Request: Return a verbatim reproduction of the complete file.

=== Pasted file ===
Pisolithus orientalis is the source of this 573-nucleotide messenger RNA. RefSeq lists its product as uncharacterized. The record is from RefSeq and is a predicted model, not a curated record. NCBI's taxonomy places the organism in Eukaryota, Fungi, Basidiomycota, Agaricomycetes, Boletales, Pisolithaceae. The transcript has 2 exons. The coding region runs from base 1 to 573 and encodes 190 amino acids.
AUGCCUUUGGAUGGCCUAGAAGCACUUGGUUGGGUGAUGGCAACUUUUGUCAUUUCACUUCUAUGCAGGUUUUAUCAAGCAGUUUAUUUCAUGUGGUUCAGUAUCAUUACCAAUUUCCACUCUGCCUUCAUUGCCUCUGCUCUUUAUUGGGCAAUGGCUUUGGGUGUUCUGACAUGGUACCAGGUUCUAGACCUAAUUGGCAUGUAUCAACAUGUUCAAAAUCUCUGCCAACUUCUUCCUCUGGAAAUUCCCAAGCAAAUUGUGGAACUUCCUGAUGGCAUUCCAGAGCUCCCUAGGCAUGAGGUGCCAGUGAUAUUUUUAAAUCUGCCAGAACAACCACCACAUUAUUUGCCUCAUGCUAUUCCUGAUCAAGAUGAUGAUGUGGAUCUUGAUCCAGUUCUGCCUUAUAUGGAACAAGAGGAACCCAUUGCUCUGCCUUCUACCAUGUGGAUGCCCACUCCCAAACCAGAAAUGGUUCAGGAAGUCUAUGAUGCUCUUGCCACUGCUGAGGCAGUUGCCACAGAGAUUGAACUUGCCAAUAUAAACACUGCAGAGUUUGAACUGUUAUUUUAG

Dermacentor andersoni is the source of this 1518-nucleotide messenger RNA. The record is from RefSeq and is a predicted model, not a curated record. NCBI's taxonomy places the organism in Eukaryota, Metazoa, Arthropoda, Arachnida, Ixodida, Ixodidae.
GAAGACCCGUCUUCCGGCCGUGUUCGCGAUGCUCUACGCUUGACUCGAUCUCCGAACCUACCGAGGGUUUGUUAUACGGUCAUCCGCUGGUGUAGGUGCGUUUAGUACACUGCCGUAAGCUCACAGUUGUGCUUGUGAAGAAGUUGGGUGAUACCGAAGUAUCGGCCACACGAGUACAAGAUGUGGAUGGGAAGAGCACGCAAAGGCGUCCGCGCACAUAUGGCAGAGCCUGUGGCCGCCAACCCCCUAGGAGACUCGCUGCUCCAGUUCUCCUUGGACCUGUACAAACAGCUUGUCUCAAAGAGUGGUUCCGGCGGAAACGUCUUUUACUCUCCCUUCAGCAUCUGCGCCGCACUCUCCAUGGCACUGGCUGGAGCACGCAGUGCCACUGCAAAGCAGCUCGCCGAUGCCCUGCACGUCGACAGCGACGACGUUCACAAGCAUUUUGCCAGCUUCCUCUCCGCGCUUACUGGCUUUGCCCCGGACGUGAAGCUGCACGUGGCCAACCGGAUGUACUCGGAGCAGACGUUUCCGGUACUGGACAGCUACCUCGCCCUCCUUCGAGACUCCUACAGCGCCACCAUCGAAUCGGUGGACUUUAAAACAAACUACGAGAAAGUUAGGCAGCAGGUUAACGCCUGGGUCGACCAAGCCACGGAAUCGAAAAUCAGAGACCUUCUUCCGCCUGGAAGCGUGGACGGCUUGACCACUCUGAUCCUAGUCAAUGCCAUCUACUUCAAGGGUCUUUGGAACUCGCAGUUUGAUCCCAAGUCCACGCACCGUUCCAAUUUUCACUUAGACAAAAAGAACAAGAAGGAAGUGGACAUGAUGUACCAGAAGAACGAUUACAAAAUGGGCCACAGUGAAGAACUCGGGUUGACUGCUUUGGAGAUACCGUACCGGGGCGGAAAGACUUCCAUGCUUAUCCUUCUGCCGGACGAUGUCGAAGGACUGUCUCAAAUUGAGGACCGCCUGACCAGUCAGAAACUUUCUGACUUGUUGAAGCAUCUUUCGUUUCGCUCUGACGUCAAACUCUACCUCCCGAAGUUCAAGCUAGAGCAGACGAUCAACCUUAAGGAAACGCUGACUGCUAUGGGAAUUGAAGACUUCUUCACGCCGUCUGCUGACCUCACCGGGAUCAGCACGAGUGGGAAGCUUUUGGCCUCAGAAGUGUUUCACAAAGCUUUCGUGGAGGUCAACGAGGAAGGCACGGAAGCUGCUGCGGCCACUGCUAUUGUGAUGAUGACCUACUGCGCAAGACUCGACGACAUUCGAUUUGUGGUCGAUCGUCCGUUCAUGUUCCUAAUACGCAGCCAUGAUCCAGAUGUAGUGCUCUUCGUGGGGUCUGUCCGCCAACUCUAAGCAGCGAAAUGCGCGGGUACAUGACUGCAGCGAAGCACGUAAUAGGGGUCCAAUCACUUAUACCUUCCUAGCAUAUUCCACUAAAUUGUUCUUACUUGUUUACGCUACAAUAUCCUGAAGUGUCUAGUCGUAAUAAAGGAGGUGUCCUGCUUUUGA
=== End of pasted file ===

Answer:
Pisolithus orientalis is the source of this 573-nucleotide messenger RNA. RefSeq lists its product as uncharacterized. The record is from RefSeq and is a predicted model, not a curated record. NCBI's taxonomy places the organism in Eukaryota, Fungi, Basidiomycota, Agaricomycetes, Boletales, Pisolithaceae. The transcript has 2 exons. The coding region runs from base 1 to 573 and encodes 190 amino acids.
AUGCCUUUGGAUGGCCUAGAAGCACUUGGUUGGGUGAUGGCAACUUUUGUCAUUUCACUUCUAUGCAGGUUUUAUCAAGCAGUUUAUUUCAUGUGGUUCAGUAUCAUUACCAAUUUCCACUCUGCCUUCAUUGCCUCUGCUCUUUAUUGGGCAAUGGCUUUGGGUGUUCUGACAUGGUACCAGGUUCUAGACCUAAUUGGCAUGUAUCAACAUGUUCAAAAUCUCUGCCAACUUCUUCCUCUGGAAAUUCCCAAGCAAAUUGUGGAACUUCCUGAUGGCAUUCCAGAGCUCCCUAGGCAUGAGGUGCCAGUGAUAUUUUUAAAUCUGCCAGAACAACCACCACAUUAUUUGCCUCAUGCUAUUCCUGAUCAAGAUGAUGAUGUGGAUCUUGAUCCAGUUCUGCCUUAUAUGGAACAAGAGGAACCCAUUGCUCUGCCUUCUACCAUGUGGAUGCCCACUCCCAAACCAGAAAUGGUUCAGGAAGUCUAUGAUGCUCUUGCCACUGCUGAGGCAGUUGCCACAGAGAUUGAACUUGCCAAUAUAAACACUGCAGAGUUUGAACUGUUAUUUUAG

Dermacentor andersoni is the source of this 1518-nucleotide messenger RNA. The record is from RefSeq and is a predicted model, not a curated record. NCBI's taxonomy places the organism in Eukaryota, Metazoa, Arthropoda, Arachnida, Ixodida, Ixodidae.
GAAGACCCGUCUUCCGGCCGUGUUCGCGAUGCUCUACGCUUGACUCGAUCUCCGAACCUACCGAGGGUUUGUUAUACGGUCAUCCGCUGGUGUAGGUGCGUUUAGUACACUGCCGUAAGCUCACAGUUGUGCUUGUGAAGAAGUUGGGUGAUACCGAAGUAUCGGCCACACGAGUACAAGAUGUGGAUGGGAAGAGCACGCAAAGGCGUCCGCGCACAUAUGGCAGAGCCUGUGGCCGCCAACCCCCUAGGAGACUCGCUGCUCCAGUUCUCCUUGGACCUGUACAAACAGCUUGUCUCAAAGAGUGGUUCCGGCGGAAACGUCUUUUACUCUCCCUUCAGCAUCUGCGCCGCACUCUCCAUGGCACUGGCUGGAGCACGCAGUGCCACUGCAAAGCAGCUCGCCGAUGCCCUGCACGUCGACAGCGACGACGUUCACAAGCAUUUUGCCAGCUUCCUCUCCGCGCUUACUGGCUUUGCCCCGGACGUGAAGCUGCACGUGGCCAACCGGAUGUACUCGGAGCAGACGUUUCCGGUACUGGACAGCUACCUCGCCCUCCUUCGAGACUCCUACAGCGCCACCAUCGAAUCGGUGGACUUUAAAACAAACUACGAGAAAGUUAGGCAGCAGGUUAACGCCUGGGUCGACCAAGCCACGGAAUCGAAAAUCAGAGACCUUCUUCCGCCUGGAAGCGUGGACGGCUUGACCACUCUGAUCCUAGUCAAUGCCAUCUACUUCAAGGGUCUUUGGAACUCGCAGUUUGAUCCCAAGUCCACGCACCGUUCCAAUUUUCACUUAGACAAAAAGAACAAGAAGGAAGUGGACAUGAUGUACCAGAAGAACGAUUACAAAAUGGGCCACAGUGAAGAACUCGGGUUGACUGCUUUGGAGAUACCGUACCGGGGCGGAAAGACUUCCAUGCUUAUCCUUCUGCCGGACGAUGUCGAAGGACUGUCUCAAAUUGAGGACCGCCUGACCAGUCAGAAACUUUCUGACUUGUUGAAGCAUCUUUCGUUUCGCUCUGACGUCAAACUCUACCUCCCGAAGUUCAAGCUAGAGCAGACGAUCAACCUUAAGGAAACGCUGACUGCUAUGGGAAUUGAAGACUUCUUCACGCCGUCUGCUGACCUCACCGGGAUCAGCACGAGUGGGAAGCUUUUGGCCUCAGAAGUGUUUCACAAAGCUUUCGUGGAGGUCAACGAGGAAGGCACGGAAGCUGCUGCGGCCACUGCUAUUGUGAUGAUGACCUACUGCGCAAGACUCGACGACAUUCGAUUUGUGGUCGAUCGUCCGUUCAUGUUCCUAAUACGCAGCCAUGAUCCAGAUGUAGUGCUCUUCGUGGGGUCUGUCCGCCAACUCUAAGCAGCGAAAUGCGCGGGUACAUGACUGCAGCGAAGCACGUAAUAGGGGUCCAAUCACUUAUACCUUCCUAGCAUAUUCCACUAAAUUGUUCUUACUUGUUUACGCUACAAUAUCCUGAAGUGUCUAGUCGUAAUAAAGGAGGUGUCCUGCUUUUGA